Part of the Problem

marktwainI was skeptical. Since the Parkland school shootings, my Facebook wall has been bombarded with memes making statistical claims to support people’s political opinions in favor of or against gun control. I wondered: Could they all be true?

Were there really 18 school shootings already in 2018? Does Switzerland really mandate that every citizen own a gun and yet has the lowest amount of gun violence in the world? Do 4,400 teens really commit suicide every year due to bullying?

Over the last couple of days I have tried to investigate the validity of every political meme which has found its way onto my Facebook page. Now, understand that the sample size is small, but do you know how many memes have turned out to be true?

None. Zero. Not one.

Many contain elements of truth, but not one has been completely factual. And yet people continue to proudly paste them on their walls to support their personal beliefs, opinions and political positions.

Over the last two years, the term “fake news” has become a part of the American vernacular. We regularly complain about the media and politicians who twist the truth or flat out promote lies.

But when you share a meme or link which is not completely accurate, you are doing the same thing. You are propagating fake news. You are lying. Even if you believe your point or position to be just, using false or manipulative statistics is wrong. The ends do not justify the means.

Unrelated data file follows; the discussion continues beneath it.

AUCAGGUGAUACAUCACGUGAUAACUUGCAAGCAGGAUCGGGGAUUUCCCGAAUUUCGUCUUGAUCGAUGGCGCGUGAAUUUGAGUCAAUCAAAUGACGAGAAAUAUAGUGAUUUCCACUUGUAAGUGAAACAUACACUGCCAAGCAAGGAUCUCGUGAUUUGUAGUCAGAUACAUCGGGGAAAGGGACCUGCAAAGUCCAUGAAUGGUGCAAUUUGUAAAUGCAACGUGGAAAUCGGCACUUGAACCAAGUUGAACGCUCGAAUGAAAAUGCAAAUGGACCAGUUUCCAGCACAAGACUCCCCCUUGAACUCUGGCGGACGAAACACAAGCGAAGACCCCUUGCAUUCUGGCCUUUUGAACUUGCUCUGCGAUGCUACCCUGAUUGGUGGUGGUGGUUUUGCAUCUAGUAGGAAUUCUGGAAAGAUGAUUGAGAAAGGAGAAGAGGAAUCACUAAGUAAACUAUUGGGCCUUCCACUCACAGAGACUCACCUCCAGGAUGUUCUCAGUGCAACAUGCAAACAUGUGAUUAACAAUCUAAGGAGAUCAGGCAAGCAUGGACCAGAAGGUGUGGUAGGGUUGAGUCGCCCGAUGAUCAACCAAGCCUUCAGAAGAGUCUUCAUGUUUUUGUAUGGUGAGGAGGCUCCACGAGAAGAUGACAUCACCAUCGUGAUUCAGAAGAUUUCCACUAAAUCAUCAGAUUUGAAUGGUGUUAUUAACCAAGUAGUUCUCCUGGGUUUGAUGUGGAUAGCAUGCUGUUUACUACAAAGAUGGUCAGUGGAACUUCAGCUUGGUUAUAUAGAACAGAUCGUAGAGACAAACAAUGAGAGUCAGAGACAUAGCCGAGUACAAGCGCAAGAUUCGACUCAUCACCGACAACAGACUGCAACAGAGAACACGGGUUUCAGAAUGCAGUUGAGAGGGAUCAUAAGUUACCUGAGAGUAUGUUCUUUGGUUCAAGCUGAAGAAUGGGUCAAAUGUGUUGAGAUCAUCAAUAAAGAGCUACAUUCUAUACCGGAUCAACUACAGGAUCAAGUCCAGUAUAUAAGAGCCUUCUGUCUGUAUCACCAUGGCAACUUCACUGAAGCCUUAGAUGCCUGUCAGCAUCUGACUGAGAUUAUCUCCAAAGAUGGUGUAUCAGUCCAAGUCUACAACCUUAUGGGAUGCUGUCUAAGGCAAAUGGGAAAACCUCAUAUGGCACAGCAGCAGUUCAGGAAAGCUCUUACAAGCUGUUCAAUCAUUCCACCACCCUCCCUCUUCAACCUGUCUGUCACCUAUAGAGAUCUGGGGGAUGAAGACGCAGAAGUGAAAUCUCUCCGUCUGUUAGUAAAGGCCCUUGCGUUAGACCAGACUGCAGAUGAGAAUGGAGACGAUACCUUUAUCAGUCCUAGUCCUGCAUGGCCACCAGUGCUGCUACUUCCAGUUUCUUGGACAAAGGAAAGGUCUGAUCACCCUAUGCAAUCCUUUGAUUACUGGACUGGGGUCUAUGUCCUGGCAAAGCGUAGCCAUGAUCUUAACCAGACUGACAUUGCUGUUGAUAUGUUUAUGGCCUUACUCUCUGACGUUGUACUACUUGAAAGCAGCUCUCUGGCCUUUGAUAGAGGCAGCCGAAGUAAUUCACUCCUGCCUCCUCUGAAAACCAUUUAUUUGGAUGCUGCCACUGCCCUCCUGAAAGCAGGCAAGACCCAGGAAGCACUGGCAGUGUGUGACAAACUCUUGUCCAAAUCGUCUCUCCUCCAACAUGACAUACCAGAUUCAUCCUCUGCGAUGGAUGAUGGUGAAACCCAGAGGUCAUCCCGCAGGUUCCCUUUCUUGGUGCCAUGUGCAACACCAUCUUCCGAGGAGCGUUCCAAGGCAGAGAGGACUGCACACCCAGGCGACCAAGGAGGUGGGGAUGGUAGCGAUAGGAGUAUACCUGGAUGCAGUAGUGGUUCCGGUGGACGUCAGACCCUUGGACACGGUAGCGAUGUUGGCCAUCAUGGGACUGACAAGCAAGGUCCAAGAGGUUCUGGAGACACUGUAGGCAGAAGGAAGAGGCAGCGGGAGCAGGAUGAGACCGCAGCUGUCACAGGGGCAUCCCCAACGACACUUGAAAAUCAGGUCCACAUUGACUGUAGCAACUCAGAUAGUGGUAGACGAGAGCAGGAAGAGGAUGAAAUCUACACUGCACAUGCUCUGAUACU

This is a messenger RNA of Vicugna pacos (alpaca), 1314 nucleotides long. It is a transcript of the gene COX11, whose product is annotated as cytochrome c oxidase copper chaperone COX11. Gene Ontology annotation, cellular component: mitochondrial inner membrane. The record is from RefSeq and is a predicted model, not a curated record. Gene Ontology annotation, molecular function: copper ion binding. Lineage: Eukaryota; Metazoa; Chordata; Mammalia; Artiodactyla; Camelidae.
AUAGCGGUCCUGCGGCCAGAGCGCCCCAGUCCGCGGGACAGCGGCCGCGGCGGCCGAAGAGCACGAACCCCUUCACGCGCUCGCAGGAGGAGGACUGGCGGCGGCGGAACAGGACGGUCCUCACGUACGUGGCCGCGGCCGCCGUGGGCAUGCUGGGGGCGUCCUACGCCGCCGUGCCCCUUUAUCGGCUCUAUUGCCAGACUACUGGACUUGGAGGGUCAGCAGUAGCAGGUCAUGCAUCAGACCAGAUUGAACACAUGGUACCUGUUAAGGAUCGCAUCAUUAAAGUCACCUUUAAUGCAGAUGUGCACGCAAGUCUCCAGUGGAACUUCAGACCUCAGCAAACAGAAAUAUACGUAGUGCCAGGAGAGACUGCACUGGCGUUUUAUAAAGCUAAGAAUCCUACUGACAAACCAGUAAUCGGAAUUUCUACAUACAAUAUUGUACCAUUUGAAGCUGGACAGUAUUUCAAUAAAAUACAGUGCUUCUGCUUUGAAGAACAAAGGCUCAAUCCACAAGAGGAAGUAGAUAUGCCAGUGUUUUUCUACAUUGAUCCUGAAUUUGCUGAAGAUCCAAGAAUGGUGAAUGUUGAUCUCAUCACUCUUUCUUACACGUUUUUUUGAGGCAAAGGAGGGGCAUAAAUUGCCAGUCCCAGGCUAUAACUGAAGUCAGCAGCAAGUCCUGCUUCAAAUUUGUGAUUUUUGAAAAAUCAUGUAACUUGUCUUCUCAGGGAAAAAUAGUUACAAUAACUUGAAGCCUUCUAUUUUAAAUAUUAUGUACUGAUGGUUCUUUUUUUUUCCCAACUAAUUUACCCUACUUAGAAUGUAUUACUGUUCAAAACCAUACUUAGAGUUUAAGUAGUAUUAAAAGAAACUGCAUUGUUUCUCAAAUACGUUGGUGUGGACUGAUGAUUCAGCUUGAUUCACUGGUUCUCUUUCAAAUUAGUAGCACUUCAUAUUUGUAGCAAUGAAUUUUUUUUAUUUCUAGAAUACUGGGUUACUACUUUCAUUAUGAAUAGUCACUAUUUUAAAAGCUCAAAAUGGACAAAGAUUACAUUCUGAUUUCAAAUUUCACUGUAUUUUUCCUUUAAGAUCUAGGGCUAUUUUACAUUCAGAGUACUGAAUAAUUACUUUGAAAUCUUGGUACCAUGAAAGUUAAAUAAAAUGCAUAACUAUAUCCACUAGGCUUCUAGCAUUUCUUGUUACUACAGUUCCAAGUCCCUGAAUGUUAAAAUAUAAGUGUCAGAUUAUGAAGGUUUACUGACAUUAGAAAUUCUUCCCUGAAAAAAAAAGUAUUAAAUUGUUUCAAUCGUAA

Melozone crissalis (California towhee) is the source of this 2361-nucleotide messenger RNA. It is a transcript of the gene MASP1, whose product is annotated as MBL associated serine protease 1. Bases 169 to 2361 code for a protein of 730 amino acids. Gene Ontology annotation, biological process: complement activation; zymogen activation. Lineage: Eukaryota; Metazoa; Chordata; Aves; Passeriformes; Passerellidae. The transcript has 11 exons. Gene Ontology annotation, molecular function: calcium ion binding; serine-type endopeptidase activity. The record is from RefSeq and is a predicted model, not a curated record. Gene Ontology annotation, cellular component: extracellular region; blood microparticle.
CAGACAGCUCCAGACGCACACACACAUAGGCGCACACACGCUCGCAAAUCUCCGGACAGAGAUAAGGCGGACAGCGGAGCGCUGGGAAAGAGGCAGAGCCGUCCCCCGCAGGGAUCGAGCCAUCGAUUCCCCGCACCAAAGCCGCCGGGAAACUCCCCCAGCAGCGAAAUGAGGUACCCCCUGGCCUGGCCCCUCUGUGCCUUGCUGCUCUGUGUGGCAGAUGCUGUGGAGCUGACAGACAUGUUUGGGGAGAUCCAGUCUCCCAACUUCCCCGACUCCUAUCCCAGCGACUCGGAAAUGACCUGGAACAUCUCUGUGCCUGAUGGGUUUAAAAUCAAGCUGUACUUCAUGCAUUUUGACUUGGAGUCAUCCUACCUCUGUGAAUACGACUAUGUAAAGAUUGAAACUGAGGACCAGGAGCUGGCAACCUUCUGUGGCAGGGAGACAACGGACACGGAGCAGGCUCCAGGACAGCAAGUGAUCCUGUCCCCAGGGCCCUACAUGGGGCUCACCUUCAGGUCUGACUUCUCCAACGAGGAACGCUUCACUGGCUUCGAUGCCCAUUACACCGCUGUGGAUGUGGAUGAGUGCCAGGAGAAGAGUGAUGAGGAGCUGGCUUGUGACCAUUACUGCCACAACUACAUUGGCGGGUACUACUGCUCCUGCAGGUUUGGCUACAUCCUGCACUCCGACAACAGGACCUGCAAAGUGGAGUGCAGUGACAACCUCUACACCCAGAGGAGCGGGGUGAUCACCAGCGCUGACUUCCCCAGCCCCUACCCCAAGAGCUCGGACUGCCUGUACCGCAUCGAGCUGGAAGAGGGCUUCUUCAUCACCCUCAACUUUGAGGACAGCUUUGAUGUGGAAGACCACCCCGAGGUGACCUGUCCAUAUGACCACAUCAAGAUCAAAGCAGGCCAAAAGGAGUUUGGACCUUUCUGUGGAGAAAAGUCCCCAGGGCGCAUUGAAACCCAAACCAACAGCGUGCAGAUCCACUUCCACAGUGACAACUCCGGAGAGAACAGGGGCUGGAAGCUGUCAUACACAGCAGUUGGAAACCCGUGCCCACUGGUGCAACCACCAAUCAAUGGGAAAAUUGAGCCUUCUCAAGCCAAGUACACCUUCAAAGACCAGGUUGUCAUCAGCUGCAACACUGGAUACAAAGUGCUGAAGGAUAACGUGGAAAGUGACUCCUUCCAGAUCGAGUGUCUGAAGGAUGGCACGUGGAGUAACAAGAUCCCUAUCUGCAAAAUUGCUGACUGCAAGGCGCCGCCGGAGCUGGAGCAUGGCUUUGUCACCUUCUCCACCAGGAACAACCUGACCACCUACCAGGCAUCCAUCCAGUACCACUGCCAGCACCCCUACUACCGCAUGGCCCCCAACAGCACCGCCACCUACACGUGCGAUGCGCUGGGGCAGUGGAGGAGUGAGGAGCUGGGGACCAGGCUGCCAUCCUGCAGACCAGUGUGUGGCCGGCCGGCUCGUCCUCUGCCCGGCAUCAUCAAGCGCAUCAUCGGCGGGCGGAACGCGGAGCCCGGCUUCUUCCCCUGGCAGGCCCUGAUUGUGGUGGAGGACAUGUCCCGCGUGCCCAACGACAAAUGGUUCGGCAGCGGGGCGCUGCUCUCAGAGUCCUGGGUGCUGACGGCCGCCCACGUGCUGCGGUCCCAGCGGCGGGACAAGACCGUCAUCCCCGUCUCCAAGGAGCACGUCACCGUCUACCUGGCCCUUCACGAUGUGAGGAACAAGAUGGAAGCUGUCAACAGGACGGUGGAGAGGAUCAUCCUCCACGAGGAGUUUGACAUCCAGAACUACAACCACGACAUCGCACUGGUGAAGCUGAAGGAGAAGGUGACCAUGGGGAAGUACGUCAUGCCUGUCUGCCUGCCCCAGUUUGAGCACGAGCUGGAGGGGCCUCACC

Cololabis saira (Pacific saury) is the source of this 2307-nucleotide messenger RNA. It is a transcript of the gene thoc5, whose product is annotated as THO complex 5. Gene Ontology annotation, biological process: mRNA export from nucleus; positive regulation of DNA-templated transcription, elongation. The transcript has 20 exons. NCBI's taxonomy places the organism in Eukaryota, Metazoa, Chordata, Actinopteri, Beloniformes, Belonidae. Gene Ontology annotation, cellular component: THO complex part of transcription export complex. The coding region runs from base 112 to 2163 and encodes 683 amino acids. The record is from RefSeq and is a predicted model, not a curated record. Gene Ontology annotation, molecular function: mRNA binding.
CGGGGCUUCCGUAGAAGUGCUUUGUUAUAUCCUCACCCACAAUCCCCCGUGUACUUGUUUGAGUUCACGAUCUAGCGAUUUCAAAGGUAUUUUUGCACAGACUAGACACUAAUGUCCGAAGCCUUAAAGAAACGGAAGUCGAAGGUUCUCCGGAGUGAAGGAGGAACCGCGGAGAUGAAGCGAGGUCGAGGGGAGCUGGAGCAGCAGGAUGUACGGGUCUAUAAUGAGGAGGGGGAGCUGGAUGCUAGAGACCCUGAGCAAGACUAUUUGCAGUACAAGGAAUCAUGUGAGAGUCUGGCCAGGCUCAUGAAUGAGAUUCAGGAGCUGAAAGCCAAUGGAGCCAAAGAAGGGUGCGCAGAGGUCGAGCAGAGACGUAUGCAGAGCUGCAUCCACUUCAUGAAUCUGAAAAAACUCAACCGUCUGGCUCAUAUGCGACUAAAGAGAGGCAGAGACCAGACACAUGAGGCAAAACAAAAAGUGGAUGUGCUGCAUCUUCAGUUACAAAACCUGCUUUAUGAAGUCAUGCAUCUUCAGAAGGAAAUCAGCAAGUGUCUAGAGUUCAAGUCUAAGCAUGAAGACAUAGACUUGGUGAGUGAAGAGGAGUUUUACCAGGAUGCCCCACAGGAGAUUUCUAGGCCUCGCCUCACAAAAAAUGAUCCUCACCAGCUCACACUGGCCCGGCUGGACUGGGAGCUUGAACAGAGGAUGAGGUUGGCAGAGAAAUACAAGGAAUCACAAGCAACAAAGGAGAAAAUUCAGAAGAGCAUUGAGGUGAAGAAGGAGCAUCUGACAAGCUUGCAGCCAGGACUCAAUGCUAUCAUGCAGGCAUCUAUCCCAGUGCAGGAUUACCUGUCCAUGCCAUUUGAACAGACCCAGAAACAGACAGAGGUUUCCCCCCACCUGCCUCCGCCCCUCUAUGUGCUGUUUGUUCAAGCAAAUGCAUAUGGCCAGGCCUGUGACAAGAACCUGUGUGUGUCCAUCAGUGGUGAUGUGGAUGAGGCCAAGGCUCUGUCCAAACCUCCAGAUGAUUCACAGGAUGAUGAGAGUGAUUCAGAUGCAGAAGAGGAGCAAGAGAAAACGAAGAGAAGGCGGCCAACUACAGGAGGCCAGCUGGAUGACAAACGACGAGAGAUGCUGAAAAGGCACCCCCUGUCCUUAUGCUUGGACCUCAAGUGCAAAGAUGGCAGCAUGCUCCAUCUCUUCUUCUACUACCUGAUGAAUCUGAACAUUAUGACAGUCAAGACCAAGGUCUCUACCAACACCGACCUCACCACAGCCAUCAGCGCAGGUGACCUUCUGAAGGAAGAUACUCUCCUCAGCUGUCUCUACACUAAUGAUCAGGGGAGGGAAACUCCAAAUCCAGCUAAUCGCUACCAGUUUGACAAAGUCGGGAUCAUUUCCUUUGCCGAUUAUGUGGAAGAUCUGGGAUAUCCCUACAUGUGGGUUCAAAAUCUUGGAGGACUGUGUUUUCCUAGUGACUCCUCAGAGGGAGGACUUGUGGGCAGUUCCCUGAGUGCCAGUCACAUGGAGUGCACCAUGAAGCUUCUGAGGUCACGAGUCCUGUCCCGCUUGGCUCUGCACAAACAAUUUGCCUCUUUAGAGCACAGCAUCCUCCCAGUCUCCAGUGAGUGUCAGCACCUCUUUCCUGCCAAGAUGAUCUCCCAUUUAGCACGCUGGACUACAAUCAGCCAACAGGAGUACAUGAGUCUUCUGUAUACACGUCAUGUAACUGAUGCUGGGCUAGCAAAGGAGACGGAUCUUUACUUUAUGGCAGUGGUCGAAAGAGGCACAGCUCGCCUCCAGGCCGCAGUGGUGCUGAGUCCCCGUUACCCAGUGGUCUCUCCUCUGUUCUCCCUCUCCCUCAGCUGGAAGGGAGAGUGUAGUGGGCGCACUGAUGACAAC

God wants us to speak the truth in love. Blindly sharing untruths breaks the Eighth Commandment. You are giving false testimony. Just because a friend or family member shares something on their page doesn’t make it true.

Especially in the politically charged environment in which we live, we as Christians have a responsibility to verify what we share on Facebook and other social media. Otherwise we are just spreading gossip and hearsay. We become propagators of fake news. We become a part of the problem.

So when you find a meme or link which shows clearly why your position on gun control, immigration, abortion, transgenderism or any other political issue is correct, don’t just click “like” or “share.” Google it. Go to reputable news sources to verify it. Check it out on

If you can’t verify it, you shouldn’t share it – even if it perfectly proves how right your position is. Stopping the propagation of fake news doesn’t begin with politicians and the media. It begins on your phone. It begins on your computer. It begins on your Facebook page.

To summarize, allow me to share a sagacious quote by the late, great Mark Twain which a friend recently shared with me on Facebook:

“Eighty-two percent of all statistics on Facebook are false.”

Mark Twain was truly ahead of his time.


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